Format

Send to:

Choose Destination
See comment in PubMed Commons below
Hum Mol Genet. 2006 Oct 15;15(20):3024-33. Epub 2006 Sep 7.

Impact of the DISC1 Ser704Cys polymorphism on risk for major depression, brain morphology and ERK signaling.

Author information

  • 1Osaka-Hamamatsu Joint Research Center for Child Mental Development, Osaka University Graduate School of Medicine, D3, 2-2 Yamadaoka, 4-1-1 Suita, Osaka 565-0871, Japan. hashimor@psy.med.osaka-u.ac.jp

Abstract

Disrupted-in-schizophrenia 1 (DISC1), identified in a pedigree with a familial psychosis with the chromosome translocation (1:11), is a putative susceptibility gene for psychoses such as schizophrenia and bipolar disorder. Although there are a number of patients with major depressive disorder (MDD) in the family members with the chromosome translocation, the possible association with MDD has not yet been studied. We therefore performed an association study of the DISC1 gene with MDD and schizophrenia. We found that Cys704 allele of the Ser704Cys single-nucleotide polymorphism (SNP) was associated with an increased risk of developing MDD (P=0.005, odds ratio=1.46) and stronger evidence for association in a multi-marker haplotype analysis containing this SNP (P=0.002). We also explored possible impact of Ser704Cys on brain morphology in healthy volunteers using MR imaging. We found a reduction in gray matter volume in cingulate cortex and a decreased fractional anisotropy in prefrontal white matter of individuals carrying the Cys704 allele compared with Ser/Ser704 subjects. In primary neuronal culture, knockdown of endogenous DISC1 protein by small interfering RNA resulted in the suppression of phosphorylation of ERK and Akt, whose signaling pathways are implicated in MDD. When effects of sDISC1 (Ser704) and cDISC1 (Cys704) proteins were examined separately, phosphorylation of ERK was greater in sDISC1 compared with cDISC1. A possible biological mechanism of MDD might be implicated by these convergent data that Cys704 DISC1 is associated with the lower biological activity on ERK signaling, reduced brain gray matter volume and an increased risk for MDD.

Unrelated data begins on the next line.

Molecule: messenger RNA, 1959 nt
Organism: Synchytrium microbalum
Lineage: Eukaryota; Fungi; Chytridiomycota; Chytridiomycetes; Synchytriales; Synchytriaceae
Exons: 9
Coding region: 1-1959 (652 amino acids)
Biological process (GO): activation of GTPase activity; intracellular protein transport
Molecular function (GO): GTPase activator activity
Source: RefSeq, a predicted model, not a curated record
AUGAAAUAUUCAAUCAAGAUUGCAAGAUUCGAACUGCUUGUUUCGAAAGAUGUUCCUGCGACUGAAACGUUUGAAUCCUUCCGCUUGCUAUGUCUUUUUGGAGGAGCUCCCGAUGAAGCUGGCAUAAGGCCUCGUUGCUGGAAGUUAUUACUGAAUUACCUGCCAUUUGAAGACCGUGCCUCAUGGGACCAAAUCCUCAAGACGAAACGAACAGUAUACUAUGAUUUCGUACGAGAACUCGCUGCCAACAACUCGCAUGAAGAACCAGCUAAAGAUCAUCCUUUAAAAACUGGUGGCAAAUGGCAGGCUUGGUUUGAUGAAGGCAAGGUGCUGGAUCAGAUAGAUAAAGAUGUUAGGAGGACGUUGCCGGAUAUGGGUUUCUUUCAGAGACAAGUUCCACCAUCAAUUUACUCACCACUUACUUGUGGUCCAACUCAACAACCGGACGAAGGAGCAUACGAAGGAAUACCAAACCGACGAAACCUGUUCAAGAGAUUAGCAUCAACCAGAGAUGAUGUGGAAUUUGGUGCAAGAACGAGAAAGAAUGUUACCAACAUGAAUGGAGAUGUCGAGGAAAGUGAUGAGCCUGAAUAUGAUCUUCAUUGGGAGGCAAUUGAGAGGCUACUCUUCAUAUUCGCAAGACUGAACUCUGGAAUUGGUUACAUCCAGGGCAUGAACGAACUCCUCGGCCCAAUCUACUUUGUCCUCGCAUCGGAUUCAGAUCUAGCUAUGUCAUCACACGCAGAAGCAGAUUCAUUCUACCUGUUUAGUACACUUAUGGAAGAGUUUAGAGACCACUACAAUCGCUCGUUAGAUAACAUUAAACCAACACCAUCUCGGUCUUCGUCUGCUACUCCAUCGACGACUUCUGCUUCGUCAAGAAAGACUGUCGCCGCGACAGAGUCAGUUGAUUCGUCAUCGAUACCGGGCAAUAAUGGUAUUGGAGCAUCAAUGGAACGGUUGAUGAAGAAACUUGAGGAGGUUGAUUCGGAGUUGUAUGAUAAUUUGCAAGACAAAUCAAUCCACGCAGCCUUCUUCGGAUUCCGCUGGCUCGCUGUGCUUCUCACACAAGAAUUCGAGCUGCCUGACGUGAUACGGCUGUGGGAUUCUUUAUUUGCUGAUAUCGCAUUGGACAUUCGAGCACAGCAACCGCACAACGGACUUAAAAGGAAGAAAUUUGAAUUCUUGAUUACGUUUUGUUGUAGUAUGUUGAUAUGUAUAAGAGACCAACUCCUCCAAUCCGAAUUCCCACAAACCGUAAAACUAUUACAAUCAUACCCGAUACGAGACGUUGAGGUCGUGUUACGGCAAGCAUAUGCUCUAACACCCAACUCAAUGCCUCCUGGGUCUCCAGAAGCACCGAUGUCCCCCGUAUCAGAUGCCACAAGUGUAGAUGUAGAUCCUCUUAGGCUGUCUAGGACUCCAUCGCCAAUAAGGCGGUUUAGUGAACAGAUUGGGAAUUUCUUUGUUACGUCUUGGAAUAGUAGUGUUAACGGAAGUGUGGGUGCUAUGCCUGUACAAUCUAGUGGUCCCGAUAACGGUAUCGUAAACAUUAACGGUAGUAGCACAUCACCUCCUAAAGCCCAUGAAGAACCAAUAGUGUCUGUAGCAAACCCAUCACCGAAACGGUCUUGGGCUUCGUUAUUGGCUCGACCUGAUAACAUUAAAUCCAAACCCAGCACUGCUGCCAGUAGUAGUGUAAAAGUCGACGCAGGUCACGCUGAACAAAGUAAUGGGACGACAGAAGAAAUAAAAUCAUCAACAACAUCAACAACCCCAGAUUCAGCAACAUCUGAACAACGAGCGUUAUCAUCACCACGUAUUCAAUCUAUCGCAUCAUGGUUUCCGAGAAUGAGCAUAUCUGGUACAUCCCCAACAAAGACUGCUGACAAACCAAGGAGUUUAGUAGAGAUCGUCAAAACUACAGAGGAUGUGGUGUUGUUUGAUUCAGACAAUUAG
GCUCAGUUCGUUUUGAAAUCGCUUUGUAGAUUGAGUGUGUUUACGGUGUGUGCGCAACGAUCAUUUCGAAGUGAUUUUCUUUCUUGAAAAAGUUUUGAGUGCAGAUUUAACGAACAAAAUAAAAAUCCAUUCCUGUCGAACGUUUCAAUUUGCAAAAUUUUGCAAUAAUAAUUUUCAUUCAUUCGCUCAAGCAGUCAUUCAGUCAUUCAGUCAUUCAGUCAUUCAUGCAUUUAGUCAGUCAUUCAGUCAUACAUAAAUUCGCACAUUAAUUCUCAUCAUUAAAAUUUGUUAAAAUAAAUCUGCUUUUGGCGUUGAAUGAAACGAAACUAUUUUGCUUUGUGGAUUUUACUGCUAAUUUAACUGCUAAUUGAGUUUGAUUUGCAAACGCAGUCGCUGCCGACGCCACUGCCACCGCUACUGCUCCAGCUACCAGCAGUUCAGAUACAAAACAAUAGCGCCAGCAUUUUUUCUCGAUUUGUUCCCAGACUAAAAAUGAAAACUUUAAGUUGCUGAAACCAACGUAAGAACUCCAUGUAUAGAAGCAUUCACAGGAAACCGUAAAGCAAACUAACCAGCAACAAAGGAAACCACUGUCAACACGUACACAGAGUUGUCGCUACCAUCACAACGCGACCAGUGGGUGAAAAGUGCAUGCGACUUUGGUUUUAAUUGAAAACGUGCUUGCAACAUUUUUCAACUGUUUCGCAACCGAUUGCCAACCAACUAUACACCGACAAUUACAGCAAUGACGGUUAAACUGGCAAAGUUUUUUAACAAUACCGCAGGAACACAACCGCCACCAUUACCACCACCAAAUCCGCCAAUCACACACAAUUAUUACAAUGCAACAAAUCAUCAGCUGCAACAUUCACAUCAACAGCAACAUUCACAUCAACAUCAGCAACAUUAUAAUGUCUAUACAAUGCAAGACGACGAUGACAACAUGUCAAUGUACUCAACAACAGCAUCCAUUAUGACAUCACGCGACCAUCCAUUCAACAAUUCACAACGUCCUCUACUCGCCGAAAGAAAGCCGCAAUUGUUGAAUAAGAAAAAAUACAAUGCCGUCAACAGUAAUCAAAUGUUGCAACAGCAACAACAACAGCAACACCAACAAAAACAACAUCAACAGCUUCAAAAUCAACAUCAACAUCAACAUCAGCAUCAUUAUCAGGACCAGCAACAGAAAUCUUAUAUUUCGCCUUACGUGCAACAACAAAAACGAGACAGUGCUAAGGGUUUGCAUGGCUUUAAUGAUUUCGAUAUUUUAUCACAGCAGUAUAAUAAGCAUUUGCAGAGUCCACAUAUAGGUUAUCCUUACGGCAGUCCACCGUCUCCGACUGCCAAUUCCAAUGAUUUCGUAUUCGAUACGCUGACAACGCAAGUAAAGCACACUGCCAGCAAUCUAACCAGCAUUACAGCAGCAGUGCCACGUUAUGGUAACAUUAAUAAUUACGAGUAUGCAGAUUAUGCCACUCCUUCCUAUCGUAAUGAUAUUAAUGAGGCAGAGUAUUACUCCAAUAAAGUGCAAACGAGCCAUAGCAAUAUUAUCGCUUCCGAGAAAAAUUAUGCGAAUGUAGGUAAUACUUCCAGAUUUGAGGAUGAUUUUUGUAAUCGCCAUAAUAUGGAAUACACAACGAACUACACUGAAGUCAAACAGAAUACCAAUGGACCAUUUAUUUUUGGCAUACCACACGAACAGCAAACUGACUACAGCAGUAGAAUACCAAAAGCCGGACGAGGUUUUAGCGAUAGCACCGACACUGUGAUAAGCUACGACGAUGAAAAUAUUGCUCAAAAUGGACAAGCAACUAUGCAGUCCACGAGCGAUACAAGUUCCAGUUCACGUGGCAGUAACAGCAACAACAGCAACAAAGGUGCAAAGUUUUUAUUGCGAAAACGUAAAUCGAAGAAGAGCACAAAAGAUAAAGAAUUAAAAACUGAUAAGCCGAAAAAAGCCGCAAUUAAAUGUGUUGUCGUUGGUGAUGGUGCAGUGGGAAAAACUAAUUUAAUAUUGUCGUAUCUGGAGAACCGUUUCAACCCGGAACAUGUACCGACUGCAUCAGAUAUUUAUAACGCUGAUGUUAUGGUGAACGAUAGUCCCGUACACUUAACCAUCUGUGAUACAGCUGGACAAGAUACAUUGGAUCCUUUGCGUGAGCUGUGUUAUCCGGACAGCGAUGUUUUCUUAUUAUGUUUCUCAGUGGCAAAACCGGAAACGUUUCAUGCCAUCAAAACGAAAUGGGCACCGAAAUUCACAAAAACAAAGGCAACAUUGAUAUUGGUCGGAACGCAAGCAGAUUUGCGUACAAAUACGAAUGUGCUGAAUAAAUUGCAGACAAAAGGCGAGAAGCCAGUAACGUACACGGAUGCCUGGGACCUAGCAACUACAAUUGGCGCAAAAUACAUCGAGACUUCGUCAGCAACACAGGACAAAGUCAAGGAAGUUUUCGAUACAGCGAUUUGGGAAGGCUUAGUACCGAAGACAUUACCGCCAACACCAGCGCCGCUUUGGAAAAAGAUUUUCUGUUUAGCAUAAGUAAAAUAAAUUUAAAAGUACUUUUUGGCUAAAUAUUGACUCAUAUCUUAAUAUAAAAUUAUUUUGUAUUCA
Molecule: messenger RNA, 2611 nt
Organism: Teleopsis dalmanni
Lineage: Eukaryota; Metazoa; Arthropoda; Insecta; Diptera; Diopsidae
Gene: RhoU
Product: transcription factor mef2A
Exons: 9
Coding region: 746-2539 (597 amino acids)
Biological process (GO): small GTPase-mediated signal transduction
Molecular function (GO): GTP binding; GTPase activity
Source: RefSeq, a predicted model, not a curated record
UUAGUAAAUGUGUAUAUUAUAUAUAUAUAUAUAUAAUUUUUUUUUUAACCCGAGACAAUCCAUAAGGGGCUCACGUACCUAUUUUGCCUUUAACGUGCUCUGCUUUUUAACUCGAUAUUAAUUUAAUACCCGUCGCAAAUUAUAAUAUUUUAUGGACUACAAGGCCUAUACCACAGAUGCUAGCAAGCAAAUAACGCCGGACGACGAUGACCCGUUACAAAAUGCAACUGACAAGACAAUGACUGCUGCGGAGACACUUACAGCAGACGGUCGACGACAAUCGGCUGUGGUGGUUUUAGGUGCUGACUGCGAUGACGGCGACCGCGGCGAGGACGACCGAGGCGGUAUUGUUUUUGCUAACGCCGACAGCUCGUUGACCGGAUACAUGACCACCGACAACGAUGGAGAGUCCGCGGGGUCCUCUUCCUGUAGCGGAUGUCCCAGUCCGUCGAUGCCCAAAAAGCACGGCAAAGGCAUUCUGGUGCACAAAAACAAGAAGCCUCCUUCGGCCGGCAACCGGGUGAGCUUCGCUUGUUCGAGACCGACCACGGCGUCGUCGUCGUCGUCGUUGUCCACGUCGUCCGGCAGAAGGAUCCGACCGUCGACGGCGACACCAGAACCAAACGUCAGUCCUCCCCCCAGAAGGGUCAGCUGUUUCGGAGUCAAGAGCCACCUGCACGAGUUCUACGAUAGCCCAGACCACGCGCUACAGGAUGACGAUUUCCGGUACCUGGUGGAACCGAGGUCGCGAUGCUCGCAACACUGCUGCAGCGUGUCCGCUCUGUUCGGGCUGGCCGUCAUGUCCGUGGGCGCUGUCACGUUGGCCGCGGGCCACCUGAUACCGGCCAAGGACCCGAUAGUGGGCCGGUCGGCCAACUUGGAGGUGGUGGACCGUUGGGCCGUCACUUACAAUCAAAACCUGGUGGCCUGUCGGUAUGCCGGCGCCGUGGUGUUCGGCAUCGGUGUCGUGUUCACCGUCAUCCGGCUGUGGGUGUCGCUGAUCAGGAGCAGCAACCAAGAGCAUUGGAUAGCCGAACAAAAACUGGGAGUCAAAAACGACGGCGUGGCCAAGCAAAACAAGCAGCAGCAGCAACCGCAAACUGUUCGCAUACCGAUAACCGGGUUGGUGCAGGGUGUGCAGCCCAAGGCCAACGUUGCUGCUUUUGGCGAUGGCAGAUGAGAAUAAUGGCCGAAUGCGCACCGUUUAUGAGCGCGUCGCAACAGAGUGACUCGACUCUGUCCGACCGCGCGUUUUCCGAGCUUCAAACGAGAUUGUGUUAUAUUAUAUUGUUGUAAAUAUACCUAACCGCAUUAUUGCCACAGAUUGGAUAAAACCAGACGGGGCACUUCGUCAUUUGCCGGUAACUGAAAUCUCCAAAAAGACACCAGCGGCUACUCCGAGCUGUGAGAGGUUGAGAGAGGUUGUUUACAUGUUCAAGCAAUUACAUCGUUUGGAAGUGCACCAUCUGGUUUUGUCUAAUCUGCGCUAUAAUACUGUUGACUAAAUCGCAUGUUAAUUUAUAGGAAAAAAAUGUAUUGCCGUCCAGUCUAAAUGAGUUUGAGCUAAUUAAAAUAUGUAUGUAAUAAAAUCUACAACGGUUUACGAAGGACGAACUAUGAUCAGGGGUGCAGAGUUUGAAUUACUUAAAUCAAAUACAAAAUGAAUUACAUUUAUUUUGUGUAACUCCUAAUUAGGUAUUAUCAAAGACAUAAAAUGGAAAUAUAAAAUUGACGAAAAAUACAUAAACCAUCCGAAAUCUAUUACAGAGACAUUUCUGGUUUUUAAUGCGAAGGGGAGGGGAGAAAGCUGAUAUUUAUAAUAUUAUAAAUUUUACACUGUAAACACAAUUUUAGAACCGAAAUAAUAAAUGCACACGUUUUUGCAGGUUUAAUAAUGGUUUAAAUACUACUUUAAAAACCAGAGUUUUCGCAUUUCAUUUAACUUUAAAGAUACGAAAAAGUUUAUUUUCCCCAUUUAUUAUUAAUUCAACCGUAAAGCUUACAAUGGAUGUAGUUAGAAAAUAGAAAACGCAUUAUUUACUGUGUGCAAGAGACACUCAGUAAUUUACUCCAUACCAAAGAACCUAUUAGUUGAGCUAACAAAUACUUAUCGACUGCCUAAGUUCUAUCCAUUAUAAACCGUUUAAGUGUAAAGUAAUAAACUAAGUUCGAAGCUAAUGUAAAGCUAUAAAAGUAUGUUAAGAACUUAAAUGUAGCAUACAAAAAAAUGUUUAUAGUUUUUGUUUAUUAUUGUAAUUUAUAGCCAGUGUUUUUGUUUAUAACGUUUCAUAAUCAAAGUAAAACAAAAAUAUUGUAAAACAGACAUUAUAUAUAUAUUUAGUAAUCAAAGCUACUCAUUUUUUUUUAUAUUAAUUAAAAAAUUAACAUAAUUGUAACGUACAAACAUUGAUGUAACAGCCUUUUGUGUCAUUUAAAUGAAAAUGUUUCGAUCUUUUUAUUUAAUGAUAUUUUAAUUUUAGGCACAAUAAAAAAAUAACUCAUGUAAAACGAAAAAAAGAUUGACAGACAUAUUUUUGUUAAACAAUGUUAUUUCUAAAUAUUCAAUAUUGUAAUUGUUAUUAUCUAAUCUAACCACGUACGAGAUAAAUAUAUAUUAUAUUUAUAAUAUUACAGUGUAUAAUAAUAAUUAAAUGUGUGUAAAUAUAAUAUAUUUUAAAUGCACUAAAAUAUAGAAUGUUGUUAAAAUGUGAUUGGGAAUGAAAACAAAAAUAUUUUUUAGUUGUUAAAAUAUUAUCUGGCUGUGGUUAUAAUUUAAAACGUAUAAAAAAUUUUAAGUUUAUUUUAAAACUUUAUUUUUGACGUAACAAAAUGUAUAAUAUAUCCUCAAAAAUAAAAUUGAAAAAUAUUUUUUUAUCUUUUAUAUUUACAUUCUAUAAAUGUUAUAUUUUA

PMID:
16959794
[PubMed - indexed for MEDLINE]
Free full text
PubMed Commons home

PubMed Commons

0 comments
How to join PubMed Commons

    Supplemental Content

    Full text links

    Icon for HighWire
    Loading ...
    Write to the Help Desk